• The patients were treated with broad-spectrum antibiotics and other symptomatic drugs during the first few visits. Different antibiotics were prescribed during each visit. This process of experimentation using antibiotics usually lasted 10-14 days.
  • Though fever is common and not very specific to TB, and more than two weeks of cough is one of the main symptoms of TB, no physician ever asked for lab investigation on the first visit. Instead the focus was in managing symptoms using non-specific therapies.
  • Though an X-ray should be used as a screening tool and sputum smear or GeneXpert as confirmatory tests, only few practitioners asked for sputum smear and only after conducting blood tests and a chest X-ray.
  • Not treating TB patients could be due to a number of factors including uncertainty about treatment protocol, fear of MDR-TB, stronger messaging by RNTCP, fear of being exposed to TB themselves, and a desire to protect other patients in the waiting room from TB exposure.
  • Private doctors using fever as a diagnostic criterion for TB due to “ubiquity of cough and paucity of sputum production by patients.
  • Doctors from all systems of medicine treating patients symptomatically based on patient history and clinical observation without asking for diagnostic tests.
  • Patients were asked for a chest X-ray and other lab tests when some doctors suspected TB, but “often after months of fever”. Even when patients had a history of cough, none of the practitioners of alternative medicine suspected TB on the first visit.
  • This empirical approach not only leads to delay in diagnosis and increase in the spread of TB but also exposes the patients to a broad-spectrum of needless antibiotics.
  • Using drugs, particularly quinolones and amoxicillin-clavulanate, as diagnostic tools adds to the delay in diagnosing TB as they tend to temporarily mask symptoms such as cough, fever, or sputum production. As the patients are poor and need immediate relief, the only way to reduce experimentation with antibiotics is to work to reduce the cost of TB diagnostic tests.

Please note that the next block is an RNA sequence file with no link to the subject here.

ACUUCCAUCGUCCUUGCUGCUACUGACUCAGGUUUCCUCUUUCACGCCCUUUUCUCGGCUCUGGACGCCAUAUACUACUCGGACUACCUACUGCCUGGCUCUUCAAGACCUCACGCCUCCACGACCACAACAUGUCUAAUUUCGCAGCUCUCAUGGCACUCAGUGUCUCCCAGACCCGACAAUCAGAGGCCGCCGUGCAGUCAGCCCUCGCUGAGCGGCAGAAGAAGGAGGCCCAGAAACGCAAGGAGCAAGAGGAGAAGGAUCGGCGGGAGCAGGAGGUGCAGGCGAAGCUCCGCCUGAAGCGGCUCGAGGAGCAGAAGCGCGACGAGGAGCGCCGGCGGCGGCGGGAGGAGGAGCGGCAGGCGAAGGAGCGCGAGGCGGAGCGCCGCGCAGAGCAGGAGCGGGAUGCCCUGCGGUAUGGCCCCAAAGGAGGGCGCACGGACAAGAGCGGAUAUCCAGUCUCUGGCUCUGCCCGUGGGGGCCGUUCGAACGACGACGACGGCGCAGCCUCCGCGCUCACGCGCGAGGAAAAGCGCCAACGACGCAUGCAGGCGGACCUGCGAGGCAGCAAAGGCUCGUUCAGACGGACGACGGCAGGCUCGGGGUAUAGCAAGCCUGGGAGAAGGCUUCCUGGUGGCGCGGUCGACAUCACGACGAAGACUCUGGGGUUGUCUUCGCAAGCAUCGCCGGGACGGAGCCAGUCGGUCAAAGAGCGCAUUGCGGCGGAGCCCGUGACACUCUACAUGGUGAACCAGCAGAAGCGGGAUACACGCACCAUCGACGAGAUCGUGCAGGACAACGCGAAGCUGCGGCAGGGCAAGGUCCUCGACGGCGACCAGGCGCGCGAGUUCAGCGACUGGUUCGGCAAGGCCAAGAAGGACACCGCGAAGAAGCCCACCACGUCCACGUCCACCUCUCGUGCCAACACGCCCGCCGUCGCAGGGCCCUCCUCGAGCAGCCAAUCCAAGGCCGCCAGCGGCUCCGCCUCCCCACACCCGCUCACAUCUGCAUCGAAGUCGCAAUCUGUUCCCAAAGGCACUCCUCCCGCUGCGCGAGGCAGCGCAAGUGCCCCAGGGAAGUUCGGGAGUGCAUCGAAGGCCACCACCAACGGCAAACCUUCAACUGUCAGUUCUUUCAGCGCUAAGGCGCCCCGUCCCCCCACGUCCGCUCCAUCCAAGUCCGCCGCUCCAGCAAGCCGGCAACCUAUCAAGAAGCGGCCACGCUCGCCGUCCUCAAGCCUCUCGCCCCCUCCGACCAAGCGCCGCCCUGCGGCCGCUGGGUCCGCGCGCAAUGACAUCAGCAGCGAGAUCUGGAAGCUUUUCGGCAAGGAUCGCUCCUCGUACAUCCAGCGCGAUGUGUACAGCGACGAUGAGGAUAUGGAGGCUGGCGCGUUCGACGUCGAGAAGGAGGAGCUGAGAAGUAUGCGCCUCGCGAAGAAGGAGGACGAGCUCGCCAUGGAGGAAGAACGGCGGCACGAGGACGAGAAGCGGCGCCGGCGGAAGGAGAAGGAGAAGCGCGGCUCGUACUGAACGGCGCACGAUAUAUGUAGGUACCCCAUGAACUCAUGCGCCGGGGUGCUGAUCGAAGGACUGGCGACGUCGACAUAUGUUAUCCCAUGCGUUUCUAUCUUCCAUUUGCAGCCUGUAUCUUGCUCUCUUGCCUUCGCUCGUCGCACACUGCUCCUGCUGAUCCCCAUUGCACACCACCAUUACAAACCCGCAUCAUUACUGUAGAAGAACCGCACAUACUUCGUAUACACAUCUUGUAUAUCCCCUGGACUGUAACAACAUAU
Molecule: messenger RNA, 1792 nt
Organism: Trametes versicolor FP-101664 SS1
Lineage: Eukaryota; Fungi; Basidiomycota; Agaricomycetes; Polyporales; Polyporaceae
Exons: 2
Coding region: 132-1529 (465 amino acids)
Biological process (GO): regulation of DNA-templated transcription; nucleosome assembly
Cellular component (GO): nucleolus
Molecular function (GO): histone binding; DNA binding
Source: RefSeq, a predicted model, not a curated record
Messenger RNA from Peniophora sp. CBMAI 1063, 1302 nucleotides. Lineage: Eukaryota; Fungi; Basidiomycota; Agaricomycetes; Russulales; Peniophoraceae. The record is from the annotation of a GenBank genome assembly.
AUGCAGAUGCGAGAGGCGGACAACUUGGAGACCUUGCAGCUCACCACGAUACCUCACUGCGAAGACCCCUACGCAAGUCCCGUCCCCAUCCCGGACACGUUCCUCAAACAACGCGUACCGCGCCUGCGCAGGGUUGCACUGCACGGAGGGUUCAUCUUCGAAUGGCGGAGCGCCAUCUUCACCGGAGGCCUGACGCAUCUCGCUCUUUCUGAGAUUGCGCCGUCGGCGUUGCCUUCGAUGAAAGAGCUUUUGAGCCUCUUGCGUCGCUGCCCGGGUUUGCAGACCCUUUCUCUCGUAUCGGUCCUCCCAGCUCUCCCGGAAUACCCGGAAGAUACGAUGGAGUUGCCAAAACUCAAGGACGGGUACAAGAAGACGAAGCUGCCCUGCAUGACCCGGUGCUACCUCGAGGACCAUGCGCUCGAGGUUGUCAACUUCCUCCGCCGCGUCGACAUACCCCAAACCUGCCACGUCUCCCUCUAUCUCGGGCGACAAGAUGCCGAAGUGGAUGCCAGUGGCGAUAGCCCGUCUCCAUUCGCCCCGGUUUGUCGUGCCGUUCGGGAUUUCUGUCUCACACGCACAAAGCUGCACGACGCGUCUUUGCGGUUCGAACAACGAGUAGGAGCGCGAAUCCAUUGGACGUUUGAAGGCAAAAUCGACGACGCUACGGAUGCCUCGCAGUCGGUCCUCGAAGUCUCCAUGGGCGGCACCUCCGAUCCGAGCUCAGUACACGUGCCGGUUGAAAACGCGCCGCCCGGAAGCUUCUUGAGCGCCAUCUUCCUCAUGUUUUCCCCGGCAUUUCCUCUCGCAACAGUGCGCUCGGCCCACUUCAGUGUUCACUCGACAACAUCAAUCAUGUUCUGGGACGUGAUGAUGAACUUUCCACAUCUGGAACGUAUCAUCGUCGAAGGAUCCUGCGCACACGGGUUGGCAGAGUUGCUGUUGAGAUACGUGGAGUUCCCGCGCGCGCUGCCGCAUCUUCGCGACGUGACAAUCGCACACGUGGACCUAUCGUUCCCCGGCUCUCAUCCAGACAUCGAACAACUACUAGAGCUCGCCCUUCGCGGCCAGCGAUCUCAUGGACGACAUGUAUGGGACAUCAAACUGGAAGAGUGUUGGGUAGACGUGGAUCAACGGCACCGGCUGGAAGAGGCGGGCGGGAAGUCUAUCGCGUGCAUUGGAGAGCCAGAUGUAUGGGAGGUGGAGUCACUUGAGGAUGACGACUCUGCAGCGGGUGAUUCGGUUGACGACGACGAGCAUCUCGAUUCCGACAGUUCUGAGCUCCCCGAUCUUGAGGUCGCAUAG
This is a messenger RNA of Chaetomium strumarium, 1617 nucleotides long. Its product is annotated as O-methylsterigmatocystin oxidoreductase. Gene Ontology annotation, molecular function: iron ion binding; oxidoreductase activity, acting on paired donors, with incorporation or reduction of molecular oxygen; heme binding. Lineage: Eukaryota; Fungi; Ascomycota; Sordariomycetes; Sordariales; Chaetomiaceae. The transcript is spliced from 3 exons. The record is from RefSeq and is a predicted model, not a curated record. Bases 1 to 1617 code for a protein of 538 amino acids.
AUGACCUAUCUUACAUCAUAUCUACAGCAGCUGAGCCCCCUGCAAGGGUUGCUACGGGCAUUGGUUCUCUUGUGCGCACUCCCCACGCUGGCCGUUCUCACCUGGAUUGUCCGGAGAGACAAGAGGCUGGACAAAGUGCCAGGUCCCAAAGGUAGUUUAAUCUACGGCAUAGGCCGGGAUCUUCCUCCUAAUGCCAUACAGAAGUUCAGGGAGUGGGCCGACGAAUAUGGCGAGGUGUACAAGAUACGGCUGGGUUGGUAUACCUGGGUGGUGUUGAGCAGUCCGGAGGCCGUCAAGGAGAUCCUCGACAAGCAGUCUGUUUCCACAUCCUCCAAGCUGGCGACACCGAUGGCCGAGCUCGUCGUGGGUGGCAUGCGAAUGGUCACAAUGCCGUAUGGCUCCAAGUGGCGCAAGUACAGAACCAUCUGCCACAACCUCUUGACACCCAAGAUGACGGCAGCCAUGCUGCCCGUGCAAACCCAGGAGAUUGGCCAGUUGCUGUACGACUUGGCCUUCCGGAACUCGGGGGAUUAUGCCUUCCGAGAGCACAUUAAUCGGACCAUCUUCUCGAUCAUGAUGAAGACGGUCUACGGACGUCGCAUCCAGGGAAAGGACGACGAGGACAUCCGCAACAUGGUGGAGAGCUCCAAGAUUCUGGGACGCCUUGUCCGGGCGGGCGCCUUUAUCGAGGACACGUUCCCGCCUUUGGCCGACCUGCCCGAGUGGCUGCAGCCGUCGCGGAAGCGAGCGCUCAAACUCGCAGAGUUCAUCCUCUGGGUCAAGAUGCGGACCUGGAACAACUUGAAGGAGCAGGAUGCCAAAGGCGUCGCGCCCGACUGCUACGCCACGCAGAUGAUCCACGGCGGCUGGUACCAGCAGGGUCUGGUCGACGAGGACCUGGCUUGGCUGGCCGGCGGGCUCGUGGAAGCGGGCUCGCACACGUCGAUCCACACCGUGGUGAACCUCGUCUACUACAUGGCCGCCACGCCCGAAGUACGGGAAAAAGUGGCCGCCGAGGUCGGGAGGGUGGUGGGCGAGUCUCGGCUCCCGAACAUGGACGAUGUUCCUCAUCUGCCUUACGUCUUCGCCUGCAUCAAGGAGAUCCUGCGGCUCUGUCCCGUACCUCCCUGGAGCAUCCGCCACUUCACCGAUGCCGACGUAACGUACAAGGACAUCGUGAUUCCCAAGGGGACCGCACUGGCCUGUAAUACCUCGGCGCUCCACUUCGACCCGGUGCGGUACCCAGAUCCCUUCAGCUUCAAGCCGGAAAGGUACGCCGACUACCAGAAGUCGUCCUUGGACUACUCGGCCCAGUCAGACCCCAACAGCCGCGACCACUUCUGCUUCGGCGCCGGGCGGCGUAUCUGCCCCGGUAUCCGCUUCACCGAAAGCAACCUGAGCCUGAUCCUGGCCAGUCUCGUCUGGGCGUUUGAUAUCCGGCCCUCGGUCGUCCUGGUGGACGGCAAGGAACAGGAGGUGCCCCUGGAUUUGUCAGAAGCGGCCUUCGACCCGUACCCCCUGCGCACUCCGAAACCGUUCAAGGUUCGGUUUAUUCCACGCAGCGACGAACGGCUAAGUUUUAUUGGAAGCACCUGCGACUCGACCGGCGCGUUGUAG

• The uptake of sputum smear testing is low in the private sector because it only confirms what the X-ray already suggests. Moreover, an X-ray presents a broader set of information about what is happening in the patients’ lungs.

Why doctors choose the ‘treat with antibiotics and wait’ approach while dealing with TB patients?

  • First, there is a compulsion to provide rapid symptom relief; there is a risk of losing patients, especially when diagnostic tests are asked for during the first visit; there is the factor of financial capability of patients; and there is an easy availability of antibiotics.
  • Second, there is a lack of clear and unique TB symptoms besides TB’s slow onset and progression.
  • Finally, doctors perceive that many TB patients come without a cough or do not produce sputum.

Conclusion:

  • These studies suggest the urgent need for the Indian TB programme to engage with private providers (allopathic and AYUSH) and change their traditional, empirical approach to dealing with TB.
  • Ordering a chest X-ray early, a greater use of sputum TB tests (especially GeneXpert), and greater linkages and referrals to the public sector would be key issues for behaviour change management.
[Ref: Hindu]

 

Economy

GS (M) Paper-3 Topics: 
“Indian Economy and issues relating to planning, mobilization of resources, growth, development and employment.”
“Food processing and related industries in India- scope and significance, location, upstream and downstream requirements, supply chain management”

 

From plate to plough: A thought for food

Recently, the government opened several key sectors such as defence, pharmaceuticals, civil aviation and food products to 100 per cent foreign direct investment (FDI).

The objective behind this FDI policy is to attract higher investments, better technologies in manufacturing, commerce, and the agri-food space to promote growth, jobs, and incomes of people.

However, there are many hurdles in fulfilling the above objectives. Here the authors take a note of these hurdles and also suggest few steps to overcome with.

Impediments:

  • It is somewhat puzzling that under the new FDI policy while large domestic retailers (like Big Bazaar) can sell imported food, foreign retailers won’t be permitted to do so.
  • Two major roadblocks are the Agricultural Produce Market Committee (APMC) Act and the Essential Commodities Act, which do not allow procuring directly from farmers in most states or holding large stocks by big corporations. This hampers their efficiency and dissuades them from large investments, defeating the very purpose of the FDI policy.